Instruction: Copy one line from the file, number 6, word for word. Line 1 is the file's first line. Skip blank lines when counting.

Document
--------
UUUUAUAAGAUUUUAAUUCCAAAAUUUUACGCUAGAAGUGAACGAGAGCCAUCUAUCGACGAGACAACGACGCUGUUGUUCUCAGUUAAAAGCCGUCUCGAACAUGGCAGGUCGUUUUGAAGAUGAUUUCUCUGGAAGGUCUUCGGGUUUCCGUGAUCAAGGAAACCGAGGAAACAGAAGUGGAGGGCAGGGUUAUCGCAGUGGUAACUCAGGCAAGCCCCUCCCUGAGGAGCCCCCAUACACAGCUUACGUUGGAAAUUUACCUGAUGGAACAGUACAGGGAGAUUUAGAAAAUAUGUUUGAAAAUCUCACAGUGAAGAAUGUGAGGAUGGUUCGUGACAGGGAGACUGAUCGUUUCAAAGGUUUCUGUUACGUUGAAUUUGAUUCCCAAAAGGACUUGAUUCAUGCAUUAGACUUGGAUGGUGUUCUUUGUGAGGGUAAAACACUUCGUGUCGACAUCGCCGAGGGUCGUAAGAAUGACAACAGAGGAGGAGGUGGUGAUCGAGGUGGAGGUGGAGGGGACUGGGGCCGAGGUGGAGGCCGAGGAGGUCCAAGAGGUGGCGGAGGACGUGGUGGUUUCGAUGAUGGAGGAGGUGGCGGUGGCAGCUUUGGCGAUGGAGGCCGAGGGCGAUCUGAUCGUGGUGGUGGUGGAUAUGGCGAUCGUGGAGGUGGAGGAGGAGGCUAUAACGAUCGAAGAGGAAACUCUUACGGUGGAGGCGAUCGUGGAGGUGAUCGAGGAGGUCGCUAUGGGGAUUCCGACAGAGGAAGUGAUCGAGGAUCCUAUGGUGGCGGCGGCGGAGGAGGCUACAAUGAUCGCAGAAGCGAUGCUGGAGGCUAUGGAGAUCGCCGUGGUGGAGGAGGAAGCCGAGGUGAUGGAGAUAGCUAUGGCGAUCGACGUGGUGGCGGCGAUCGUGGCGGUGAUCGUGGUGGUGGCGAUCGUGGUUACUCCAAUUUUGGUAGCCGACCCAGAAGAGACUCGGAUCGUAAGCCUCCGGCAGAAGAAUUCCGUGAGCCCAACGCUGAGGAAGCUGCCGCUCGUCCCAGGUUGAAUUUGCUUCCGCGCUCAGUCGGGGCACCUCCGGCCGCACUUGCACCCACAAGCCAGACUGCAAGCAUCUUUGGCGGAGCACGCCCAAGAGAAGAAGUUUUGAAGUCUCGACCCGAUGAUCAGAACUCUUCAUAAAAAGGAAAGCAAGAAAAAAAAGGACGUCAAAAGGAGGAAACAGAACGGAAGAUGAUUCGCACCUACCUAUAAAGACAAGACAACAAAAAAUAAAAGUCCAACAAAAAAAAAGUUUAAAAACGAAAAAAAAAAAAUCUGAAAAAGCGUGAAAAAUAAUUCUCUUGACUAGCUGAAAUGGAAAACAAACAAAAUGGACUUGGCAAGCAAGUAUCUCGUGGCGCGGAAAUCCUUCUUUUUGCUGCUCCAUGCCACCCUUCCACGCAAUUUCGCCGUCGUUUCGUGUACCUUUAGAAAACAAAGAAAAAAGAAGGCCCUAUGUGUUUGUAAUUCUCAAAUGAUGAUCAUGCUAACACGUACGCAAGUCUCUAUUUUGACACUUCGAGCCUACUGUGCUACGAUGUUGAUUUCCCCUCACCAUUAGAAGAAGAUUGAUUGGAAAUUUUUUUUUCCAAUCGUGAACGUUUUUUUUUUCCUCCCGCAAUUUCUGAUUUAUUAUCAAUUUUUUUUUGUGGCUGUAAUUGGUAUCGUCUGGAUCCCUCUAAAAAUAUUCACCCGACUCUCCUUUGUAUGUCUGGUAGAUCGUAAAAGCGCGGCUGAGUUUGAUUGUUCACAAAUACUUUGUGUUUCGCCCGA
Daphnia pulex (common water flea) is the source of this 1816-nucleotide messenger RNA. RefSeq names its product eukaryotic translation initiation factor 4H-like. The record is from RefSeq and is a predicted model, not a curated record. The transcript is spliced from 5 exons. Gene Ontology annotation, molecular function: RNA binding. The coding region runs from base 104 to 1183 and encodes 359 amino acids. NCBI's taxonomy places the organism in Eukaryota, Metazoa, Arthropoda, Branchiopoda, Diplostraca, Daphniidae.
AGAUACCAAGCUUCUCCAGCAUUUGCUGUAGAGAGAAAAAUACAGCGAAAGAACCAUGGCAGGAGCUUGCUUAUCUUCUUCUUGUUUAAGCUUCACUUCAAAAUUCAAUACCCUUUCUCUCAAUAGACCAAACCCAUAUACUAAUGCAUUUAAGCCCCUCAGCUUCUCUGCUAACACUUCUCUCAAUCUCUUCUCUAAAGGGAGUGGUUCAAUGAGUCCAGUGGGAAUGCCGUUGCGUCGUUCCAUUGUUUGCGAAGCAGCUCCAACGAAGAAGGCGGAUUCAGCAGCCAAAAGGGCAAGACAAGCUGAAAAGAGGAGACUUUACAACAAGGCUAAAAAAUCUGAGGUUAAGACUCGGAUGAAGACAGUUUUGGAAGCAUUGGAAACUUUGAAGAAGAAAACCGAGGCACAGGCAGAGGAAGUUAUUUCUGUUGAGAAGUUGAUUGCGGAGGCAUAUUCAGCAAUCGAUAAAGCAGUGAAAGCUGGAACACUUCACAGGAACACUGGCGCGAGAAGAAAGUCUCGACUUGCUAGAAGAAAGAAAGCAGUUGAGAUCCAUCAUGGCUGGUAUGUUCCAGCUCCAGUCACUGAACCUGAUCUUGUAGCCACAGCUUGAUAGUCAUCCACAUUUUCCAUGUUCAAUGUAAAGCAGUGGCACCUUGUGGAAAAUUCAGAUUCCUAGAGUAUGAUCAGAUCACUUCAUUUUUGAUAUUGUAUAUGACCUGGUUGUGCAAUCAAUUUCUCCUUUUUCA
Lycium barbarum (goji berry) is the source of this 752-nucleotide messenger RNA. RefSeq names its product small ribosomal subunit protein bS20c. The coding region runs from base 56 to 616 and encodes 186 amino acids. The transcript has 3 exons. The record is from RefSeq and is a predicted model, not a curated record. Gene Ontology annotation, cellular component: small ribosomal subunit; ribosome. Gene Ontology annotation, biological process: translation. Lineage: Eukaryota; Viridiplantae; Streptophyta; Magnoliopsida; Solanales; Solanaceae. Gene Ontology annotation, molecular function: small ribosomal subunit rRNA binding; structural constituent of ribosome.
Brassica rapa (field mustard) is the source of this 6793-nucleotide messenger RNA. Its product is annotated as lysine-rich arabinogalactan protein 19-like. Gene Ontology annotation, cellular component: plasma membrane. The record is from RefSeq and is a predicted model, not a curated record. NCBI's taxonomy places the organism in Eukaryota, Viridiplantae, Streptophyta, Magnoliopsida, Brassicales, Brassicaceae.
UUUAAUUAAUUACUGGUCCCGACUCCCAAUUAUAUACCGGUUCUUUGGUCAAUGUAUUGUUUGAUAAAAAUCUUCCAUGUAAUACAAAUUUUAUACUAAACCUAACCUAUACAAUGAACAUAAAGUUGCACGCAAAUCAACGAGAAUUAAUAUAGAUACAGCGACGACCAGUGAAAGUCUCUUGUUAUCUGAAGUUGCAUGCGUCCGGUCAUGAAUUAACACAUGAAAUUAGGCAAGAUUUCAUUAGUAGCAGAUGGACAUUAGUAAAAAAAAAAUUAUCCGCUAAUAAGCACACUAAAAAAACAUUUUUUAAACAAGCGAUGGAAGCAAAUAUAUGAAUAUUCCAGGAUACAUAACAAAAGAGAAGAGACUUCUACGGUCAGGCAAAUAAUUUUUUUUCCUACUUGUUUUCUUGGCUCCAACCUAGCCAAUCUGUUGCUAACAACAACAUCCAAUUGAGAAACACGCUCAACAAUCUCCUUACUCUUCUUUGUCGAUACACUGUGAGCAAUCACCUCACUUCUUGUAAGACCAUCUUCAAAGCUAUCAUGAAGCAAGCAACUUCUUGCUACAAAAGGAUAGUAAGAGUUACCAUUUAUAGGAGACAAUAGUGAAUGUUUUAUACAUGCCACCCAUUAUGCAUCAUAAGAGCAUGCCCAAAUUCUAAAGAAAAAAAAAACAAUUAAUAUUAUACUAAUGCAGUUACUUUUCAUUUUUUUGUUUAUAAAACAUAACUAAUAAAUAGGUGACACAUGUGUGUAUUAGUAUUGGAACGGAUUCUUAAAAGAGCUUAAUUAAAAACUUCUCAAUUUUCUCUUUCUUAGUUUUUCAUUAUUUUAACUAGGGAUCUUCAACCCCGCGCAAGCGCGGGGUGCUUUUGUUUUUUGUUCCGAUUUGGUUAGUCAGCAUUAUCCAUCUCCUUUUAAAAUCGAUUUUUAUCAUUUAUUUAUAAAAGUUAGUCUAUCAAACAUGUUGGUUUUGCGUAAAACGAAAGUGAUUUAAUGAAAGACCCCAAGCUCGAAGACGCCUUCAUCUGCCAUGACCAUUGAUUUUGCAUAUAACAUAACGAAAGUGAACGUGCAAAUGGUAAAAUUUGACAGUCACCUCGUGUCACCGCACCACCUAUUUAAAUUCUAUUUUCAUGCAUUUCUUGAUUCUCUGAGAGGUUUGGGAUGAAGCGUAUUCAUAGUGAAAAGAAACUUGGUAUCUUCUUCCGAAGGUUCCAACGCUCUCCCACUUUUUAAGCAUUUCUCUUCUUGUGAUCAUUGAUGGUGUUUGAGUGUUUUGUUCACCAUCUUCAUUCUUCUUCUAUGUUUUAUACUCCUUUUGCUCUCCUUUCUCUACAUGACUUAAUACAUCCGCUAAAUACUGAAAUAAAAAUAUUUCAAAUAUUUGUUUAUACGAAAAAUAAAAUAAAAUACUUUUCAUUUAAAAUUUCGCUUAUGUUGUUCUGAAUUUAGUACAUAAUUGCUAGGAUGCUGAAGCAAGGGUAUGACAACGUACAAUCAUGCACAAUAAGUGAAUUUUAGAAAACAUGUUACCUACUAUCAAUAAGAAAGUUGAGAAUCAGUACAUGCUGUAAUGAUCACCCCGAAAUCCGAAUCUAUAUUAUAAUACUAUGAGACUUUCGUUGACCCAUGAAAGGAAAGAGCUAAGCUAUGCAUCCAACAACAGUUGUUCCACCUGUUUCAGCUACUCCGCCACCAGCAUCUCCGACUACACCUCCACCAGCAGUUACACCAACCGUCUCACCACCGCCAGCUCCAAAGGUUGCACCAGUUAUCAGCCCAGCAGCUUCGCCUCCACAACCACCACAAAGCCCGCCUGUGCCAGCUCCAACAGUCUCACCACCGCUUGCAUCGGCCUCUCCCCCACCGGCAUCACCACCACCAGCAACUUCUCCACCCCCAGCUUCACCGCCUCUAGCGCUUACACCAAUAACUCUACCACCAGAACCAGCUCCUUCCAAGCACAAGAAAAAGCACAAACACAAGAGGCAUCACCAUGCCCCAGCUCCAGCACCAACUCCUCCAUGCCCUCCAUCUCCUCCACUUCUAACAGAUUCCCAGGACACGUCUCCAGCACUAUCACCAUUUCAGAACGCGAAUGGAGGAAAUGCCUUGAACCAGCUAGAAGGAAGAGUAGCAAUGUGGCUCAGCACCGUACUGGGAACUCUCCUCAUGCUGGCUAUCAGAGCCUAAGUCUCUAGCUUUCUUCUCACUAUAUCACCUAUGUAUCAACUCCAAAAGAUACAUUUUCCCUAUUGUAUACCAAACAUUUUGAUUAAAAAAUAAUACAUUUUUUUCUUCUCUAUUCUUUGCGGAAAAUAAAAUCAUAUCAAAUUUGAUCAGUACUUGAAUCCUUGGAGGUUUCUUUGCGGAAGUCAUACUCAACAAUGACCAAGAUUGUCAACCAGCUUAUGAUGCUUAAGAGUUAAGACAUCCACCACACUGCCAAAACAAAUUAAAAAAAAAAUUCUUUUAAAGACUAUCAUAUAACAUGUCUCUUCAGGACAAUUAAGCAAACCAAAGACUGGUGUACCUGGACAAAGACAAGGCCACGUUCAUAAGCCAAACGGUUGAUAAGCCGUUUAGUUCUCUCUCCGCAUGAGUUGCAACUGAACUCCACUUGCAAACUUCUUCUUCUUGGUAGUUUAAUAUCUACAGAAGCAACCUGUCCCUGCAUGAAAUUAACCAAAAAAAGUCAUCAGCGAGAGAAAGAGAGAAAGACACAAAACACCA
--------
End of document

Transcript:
UUUAAUUAAUUACUGGUCCCGACUCCCAAUUAUAUACCGGUUCUUUGGUCAAUGUAUUGUUUGAUAAAAAUCUUCCAUGUAAUACAAAUUUUAUACUAAACCUAACCUAUACAAUGAACAUAAAGUUGCACGCAAAUCAACGAGAAUUAAUAUAGAUACAGCGACGACCAGUGAAAGUCUCUUGUUAUCUGAAGUUGCAUGCGUCCGGUCAUGAAUUAACACAUGAAAUUAGGCAAGAUUUCAUUAGUAGCAGAUGGACAUUAGUAAAAAAAAAAUUAUCCGCUAAUAAGCACACUAAAAAAACAUUUUUUAAACAAGCGAUGGAAGCAAAUAUAUGAAUAUUCCAGGAUACAUAACAAAAGAGAAGAGACUUCUACGGUCAGGCAAAUAAUUUUUUUUCCUACUUGUUUUCUUGGCUCCAACCUAGCCAAUCUGUUGCUAACAACAACAUCCAAUUGAGAAACACGCUCAACAAUCUCCUUACUCUUCUUUGUCGAUACACUGUGAGCAAUCACCUCACUUCUUGUAAGACCAUCUUCAAAGCUAUCAUGAAGCAAGCAACUUCUUGCUACAAAAGGAUAGUAAGAGUUACCAUUUAUAGGAGACAAUAGUGAAUGUUUUAUACAUGCCACCCAUUAUGCAUCAUAAGAGCAUGCCCAAAUUCUAAAGAAAAAAAAAACAAUUAAUAUUAUACUAAUGCAGUUACUUUUCAUUUUUUUGUUUAUAAAACAUAACUAAUAAAUAGGUGACACAUGUGUGUAUUAGUAUUGGAACGGAUUCUUAAAAGAGCUUAAUUAAAAACUUCUCAAUUUUCUCUUUCUUAGUUUUUCAUUAUUUUAACUAGGGAUCUUCAACCCCGCGCAAGCGCGGGGUGCUUUUGUUUUUUGUUCCGAUUUGGUUAGUCAGCAUUAUCCAUCUCCUUUUAAAAUCGAUUUUUAUCAUUUAUUUAUAAAAGUUAGUCUAUCAAACAUGUUGGUUUUGCGUAAAACGAAAGUGAUUUAAUGAAAGACCCCAAGCUCGAAGACGCCUUCAUCUGCCAUGACCAUUGAUUUUGCAUAUAACAUAACGAAAGUGAACGUGCAAAUGGUAAAAUUUGACAGUCACCUCGUGUCACCGCACCACCUAUUUAAAUUCUAUUUUCAUGCAUUUCUUGAUUCUCUGAGAGGUUUGGGAUGAAGCGUAUUCAUAGUGAAAAGAAACUUGGUAUCUUCUUCCGAAGGUUCCAACGCUCUCCCACUUUUUAAGCAUUUCUCUUCUUGUGAUCAUUGAUGGUGUUUGAGUGUUUUGUUCACCAUCUUCAUUCUUCUUCUAUGUUUUAUACUCCUUUUGCUCUCCUUUCUCUACAUGACUUAAUACAUCCGCUAAAUACUGAAAUAAAAAUAUUUCAAAUAUUUGUUUAUACGAAAAAUAAAAUAAAAUACUUUUCAUUUAAAAUUUCGCUUAUGUUGUUCUGAAUUUAGUACAUAAUUGCUAGGAUGCUGAAGCAAGGGUAUGACAACGUACAAUCAUGCACAAUAAGUGAAUUUUAGAAAACAUGUUACCUACUAUCAAUAAGAAAGUUGAGAAUCAGUACAUGCUGUAAUGAUCACCCCGAAAUCCGAAUCUAUAUUAUAAUACUAUGAGACUUUCGUUGACCCAUGAAAGGAAAGAGCUAAGCUAUGCAUCCAACAACAGUUGUUCCACCUGUUUCAGCUACUCCGCCACCAGCAUCUCCGACUACACCUCCACCAGCAGUUACACCAACCGUCUCACCACCGCCAGCUCCAAAGGUUGCACCAGUUAUCAGCCCAGCAGCUUCGCCUCCACAACCACCACAAAGCCCGCCUGUGCCAGCUCCAACAGUCUCACCACCGCUUGCAUCGGCCUCUCCCCCACCGGCAUCACCACCACCAGCAACUUCUCCACCCCCAGCUUCACCGCCUCUAGCGCUUACACCAAUAACUCUACCACCAGAACCAGCUCCUUCCAAGCACAAGAAAAAGCACAAACACAAGAGGCAUCACCAUGCCCCAGCUCCAGCACCAACUCCUCCAUGCCCUCCAUCUCCUCCACUUCUAACAGAUUCCCAGGACACGUCUCCAGCACUAUCACCAUUUCAGAACGCGAAUGGAGGAAAUGCCUUGAACCAGCUAGAAGGAAGAGUAGCAAUGUGGCUCAGCACCGUACUGGGAACUCUCCUCAUGCUGGCUAUCAGAGCCUAAGUCUCUAGCUUUCUUCUCACUAUAUCACCUAUGUAUCAACUCCAAAAGAUACAUUUUCCCUAUUGUAUACCAAACAUUUUGAUUAAAAAAUAAUACAUUUUUUUCUUCUCUAUUCUUUGCGGAAAAUAAAAUCAUAUCAAAUUUGAUCAGUACUUGAAUCCUUGGAGGUUUCUUUGCGGAAGUCAUACUCAACAAUGACCAAGAUUGUCAACCAGCUUAUGAUGCUUAAGAGUUAAGACAUCCACCACACUGCCAAAACAAAUUAAAAAAAAAAUUCUUUUAAAGACUAUCAUAUAACAUGUCUCUUCAGGACAAUUAAGCAAACCAAAGACUGGUGUACCUGGACAAAGACAAGGCCACGUUCAUAAGCCAAACGGUUGAUAAGCCGUUUAGUUCUCUCUCCGCAUGAGUUGCAACUGAACUCCACUUGCAAACUUCUUCUUCUUGGUAGUUUAAUAUCUACAGAAGCAACCUGUCCCUGCAUGAAAUUAACCAAAAAAAGUCAUCAGCGAGAGAAAGAGAGAAAGACACAAAACACCA